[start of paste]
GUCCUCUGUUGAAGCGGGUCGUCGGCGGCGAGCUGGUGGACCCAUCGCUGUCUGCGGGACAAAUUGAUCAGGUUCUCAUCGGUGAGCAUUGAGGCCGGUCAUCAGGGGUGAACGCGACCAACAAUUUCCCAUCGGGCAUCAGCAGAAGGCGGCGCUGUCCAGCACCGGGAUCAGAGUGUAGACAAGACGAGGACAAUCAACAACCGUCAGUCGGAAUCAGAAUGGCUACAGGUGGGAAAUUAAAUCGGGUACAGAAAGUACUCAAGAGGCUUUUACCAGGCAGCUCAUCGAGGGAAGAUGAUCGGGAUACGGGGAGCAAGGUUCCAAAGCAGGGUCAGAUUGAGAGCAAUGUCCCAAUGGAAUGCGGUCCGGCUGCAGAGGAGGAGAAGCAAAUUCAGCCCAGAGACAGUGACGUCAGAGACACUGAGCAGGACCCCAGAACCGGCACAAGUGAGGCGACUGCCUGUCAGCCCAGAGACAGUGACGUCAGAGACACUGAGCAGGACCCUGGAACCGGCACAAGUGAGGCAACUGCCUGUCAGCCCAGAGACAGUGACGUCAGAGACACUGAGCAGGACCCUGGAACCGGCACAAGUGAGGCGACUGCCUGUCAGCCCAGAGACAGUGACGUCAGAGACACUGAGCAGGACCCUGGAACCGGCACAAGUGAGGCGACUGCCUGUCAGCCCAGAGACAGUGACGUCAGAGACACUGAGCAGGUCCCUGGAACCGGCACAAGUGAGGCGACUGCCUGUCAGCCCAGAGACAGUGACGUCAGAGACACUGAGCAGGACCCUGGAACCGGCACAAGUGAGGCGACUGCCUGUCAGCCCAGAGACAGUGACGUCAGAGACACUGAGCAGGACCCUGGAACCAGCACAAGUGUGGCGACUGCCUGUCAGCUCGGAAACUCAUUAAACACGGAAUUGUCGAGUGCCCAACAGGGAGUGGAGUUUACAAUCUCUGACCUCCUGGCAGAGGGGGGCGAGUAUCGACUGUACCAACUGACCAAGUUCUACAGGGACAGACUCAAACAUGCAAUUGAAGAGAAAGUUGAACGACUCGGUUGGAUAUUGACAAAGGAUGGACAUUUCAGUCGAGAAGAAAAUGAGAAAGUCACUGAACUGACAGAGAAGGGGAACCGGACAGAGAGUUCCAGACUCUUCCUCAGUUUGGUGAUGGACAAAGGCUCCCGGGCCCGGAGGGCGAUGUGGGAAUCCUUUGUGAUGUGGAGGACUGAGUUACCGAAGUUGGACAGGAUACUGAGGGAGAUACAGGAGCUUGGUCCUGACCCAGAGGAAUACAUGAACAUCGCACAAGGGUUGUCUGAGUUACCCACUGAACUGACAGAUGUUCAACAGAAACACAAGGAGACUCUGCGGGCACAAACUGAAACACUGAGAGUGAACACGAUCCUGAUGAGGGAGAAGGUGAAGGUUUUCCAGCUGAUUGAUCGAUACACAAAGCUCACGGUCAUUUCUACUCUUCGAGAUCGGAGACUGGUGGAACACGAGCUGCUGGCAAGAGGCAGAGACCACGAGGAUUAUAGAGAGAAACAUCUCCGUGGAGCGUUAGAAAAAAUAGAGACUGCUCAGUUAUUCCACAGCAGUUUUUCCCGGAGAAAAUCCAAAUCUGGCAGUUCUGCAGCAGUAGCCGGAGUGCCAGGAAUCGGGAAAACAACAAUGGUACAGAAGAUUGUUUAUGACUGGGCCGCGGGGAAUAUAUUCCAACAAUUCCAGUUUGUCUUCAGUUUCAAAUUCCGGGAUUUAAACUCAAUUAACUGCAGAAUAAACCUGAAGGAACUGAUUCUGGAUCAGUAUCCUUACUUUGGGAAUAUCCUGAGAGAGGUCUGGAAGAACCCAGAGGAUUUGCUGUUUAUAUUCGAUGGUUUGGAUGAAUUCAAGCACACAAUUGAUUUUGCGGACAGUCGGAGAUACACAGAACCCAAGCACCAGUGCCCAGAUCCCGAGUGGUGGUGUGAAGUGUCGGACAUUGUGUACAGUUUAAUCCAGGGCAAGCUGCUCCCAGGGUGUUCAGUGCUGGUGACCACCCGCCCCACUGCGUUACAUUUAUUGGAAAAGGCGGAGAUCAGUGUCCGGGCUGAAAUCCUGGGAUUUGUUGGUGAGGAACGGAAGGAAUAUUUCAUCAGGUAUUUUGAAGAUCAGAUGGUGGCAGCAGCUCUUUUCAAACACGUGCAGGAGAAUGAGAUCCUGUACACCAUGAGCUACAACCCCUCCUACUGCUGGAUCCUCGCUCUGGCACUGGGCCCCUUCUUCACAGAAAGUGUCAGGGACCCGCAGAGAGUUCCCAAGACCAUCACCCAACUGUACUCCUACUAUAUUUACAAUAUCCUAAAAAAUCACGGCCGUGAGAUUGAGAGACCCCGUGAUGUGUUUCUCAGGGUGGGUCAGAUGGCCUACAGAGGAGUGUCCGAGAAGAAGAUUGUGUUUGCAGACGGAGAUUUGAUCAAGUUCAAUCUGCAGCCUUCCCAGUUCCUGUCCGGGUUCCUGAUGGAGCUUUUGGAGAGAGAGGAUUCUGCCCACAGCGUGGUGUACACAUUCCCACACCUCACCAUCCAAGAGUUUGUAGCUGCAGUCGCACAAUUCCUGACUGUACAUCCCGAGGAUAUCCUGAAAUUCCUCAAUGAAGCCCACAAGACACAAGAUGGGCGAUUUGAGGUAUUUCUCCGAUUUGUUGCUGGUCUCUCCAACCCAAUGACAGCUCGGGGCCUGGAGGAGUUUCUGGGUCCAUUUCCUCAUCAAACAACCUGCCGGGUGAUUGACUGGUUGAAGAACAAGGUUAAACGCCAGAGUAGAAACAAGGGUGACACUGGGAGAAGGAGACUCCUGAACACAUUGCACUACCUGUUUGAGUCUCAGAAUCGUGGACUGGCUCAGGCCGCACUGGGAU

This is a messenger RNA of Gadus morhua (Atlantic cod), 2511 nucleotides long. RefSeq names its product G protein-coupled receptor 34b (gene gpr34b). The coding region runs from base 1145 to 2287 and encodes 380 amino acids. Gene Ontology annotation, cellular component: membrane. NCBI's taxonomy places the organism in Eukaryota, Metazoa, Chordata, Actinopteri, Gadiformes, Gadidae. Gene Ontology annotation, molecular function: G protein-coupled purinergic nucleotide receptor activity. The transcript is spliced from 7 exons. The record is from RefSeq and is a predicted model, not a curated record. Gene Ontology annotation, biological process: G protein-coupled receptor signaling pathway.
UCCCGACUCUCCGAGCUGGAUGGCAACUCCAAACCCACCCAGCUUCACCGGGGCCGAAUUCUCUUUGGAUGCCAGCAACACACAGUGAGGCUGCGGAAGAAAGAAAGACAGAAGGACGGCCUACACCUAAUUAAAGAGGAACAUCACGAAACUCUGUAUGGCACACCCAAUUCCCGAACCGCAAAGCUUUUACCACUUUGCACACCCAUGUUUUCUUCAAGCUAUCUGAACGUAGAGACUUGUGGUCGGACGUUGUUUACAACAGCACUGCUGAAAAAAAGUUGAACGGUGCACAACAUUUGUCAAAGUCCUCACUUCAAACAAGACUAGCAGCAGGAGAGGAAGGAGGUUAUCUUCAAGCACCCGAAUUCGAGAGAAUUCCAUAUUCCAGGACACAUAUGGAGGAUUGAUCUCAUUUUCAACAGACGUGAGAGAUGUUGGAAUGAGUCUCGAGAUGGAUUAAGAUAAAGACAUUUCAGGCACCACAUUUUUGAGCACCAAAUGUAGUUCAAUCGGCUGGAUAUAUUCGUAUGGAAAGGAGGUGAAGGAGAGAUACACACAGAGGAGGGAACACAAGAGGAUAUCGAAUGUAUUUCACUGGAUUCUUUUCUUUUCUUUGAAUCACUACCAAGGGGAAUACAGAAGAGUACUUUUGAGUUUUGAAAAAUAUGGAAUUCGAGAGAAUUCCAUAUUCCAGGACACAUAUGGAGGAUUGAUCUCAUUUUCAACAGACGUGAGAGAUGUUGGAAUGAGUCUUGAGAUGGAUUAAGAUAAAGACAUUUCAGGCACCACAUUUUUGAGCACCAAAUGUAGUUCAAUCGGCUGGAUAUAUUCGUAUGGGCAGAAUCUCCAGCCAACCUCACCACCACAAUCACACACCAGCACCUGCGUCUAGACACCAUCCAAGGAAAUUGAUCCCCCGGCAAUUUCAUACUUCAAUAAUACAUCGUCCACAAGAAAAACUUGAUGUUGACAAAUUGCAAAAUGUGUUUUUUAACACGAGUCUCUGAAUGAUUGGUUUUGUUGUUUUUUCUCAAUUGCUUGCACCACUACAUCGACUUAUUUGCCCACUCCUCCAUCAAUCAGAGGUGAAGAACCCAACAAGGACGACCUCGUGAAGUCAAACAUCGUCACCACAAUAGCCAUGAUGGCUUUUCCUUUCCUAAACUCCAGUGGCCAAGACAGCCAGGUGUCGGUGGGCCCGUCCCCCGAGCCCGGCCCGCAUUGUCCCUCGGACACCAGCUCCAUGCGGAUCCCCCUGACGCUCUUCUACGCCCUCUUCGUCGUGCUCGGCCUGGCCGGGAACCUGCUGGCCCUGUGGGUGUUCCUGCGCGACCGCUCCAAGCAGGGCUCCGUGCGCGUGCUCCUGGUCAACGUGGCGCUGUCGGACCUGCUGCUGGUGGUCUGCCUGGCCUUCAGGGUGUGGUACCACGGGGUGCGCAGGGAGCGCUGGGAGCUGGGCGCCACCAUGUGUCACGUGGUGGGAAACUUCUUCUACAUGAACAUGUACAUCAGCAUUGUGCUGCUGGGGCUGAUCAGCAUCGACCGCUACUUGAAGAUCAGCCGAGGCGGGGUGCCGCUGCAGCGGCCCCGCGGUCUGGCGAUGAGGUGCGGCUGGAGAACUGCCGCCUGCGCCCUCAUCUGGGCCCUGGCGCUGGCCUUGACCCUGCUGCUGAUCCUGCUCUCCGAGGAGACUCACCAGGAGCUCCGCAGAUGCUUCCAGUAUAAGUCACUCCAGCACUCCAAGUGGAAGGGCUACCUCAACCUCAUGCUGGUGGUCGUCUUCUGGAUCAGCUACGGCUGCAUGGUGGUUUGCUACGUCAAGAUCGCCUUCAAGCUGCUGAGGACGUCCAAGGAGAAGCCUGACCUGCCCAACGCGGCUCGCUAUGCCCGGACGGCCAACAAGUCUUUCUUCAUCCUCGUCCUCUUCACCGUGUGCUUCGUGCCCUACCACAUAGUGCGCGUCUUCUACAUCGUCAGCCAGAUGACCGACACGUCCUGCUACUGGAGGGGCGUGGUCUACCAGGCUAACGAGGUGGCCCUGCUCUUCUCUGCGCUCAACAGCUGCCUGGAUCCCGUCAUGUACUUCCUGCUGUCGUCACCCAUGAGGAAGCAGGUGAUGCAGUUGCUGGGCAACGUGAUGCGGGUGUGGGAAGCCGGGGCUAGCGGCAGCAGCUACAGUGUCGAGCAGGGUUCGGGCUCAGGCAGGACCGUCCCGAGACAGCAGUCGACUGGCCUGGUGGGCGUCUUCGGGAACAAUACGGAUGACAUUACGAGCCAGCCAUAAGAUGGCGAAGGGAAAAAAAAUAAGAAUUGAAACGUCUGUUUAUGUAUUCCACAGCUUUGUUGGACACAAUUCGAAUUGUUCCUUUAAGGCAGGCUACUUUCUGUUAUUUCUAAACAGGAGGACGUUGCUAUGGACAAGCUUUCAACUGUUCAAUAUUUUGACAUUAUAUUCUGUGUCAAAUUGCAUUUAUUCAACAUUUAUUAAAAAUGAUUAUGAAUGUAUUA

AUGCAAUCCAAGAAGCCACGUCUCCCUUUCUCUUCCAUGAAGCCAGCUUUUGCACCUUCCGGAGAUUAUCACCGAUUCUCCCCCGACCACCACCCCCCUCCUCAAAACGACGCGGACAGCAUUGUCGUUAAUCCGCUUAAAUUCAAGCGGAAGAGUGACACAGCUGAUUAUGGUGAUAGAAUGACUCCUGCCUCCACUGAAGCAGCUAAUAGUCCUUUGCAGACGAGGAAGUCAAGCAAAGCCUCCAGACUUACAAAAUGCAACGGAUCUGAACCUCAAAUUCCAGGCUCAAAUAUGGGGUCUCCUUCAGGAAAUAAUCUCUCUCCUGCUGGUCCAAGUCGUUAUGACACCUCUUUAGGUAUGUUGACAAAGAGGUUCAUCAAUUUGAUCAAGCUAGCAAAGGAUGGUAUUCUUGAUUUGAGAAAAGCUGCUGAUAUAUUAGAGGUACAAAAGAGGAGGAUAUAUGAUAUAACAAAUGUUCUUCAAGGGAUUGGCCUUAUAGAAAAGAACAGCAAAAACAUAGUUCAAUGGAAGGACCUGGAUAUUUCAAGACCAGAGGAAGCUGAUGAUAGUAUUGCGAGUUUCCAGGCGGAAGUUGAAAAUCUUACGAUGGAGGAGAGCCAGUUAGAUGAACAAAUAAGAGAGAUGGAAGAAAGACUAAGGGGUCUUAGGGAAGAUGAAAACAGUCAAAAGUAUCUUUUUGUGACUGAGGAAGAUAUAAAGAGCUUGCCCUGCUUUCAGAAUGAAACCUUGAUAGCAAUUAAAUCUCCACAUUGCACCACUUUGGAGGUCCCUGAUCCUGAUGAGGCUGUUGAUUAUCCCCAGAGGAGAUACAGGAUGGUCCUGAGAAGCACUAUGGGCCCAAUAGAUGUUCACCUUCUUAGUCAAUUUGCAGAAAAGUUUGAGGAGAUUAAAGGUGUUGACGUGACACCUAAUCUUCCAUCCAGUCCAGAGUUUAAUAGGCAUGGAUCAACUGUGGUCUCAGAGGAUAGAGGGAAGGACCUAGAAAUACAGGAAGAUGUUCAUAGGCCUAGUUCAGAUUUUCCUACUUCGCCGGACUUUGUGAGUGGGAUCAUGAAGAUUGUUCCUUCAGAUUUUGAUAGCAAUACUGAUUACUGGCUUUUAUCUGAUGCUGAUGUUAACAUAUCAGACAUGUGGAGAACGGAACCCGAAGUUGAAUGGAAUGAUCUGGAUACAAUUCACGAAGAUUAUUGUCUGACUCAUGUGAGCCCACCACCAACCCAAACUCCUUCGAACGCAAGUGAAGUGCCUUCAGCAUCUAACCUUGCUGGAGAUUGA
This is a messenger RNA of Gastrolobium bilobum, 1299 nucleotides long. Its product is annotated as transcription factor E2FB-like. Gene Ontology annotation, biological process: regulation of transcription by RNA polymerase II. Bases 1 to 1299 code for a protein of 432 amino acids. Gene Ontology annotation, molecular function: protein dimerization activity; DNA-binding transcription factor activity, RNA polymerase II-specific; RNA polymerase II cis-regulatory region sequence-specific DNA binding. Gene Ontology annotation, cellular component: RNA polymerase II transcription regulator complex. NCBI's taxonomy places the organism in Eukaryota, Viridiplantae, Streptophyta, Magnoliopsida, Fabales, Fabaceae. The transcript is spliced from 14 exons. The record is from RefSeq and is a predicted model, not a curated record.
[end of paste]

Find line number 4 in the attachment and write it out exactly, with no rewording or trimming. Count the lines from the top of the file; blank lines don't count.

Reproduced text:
AUGCAAUCCAAGAAGCCACGUCUCCCUUUCUCUUCCAUGAAGCCAGCUUUUGCACCUUCCGGAGAUUAUCACCGAUUCUCCCCCGACCACCACCCCCCUCCUCAAAACGACGCGGACAGCAUUGUCGUUAAUCCGCUUAAAUUCAAGCGGAAGAGUGACACAGCUGAUUAUGGUGAUAGAAUGACUCCUGCCUCCACUGAAGCAGCUAAUAGUCCUUUGCAGACGAGGAAGUCAAGCAAAGCCUCCAGACUUACAAAAUGCAACGGAUCUGAACCUCAAAUUCCAGGCUCAAAUAUGGGGUCUCCUUCAGGAAAUAAUCUCUCUCCUGCUGGUCCAAGUCGUUAUGACACCUCUUUAGGUAUGUUGACAAAGAGGUUCAUCAAUUUGAUCAAGCUAGCAAAGGAUGGUAUUCUUGAUUUGAGAAAAGCUGCUGAUAUAUUAGAGGUACAAAAGAGGAGGAUAUAUGAUAUAACAAAUGUUCUUCAAGGGAUUGGCCUUAUAGAAAAGAACAGCAAAAACAUAGUUCAAUGGAAGGACCUGGAUAUUUCAAGACCAGAGGAAGCUGAUGAUAGUAUUGCGAGUUUCCAGGCGGAAGUUGAAAAUCUUACGAUGGAGGAGAGCCAGUUAGAUGAACAAAUAAGAGAGAUGGAAGAAAGACUAAGGGGUCUUAGGGAAGAUGAAAACAGUCAAAAGUAUCUUUUUGUGACUGAGGAAGAUAUAAAGAGCUUGCCCUGCUUUCAGAAUGAAACCUUGAUAGCAAUUAAAUCUCCACAUUGCACCACUUUGGAGGUCCCUGAUCCUGAUGAGGCUGUUGAUUAUCCCCAGAGGAGAUACAGGAUGGUCCUGAGAAGCACUAUGGGCCCAAUAGAUGUUCACCUUCUUAGUCAAUUUGCAGAAAAGUUUGAGGAGAUUAAAGGUGUUGACGUGACACCUAAUCUUCCAUCCAGUCCAGAGUUUAAUAGGCAUGGAUCAACUGUGGUCUCAGAGGAUAGAGGGAAGGACCUAGAAAUACAGGAAGAUGUUCAUAGGCCUAGUUCAGAUUUUCCUACUUCGCCGGACUUUGUGAGUGGGAUCAUGAAGAUUGUUCCUUCAGAUUUUGAUAGCAAUACUGAUUACUGGCUUUUAUCUGAUGCUGAUGUUAACAUAUCAGACAUGUGGAGAACGGAACCCGAAGUUGAAUGGAAUGAUCUGGAUACAAUUCACGAAGAUUAUUGUCUGACUCAUGUGAGCCCACCACCAACCCAAACUCCUUCGAACGCAAGUGAAGUGCCUUCAGCAUCUAACCUUGCUGGAGAUUGA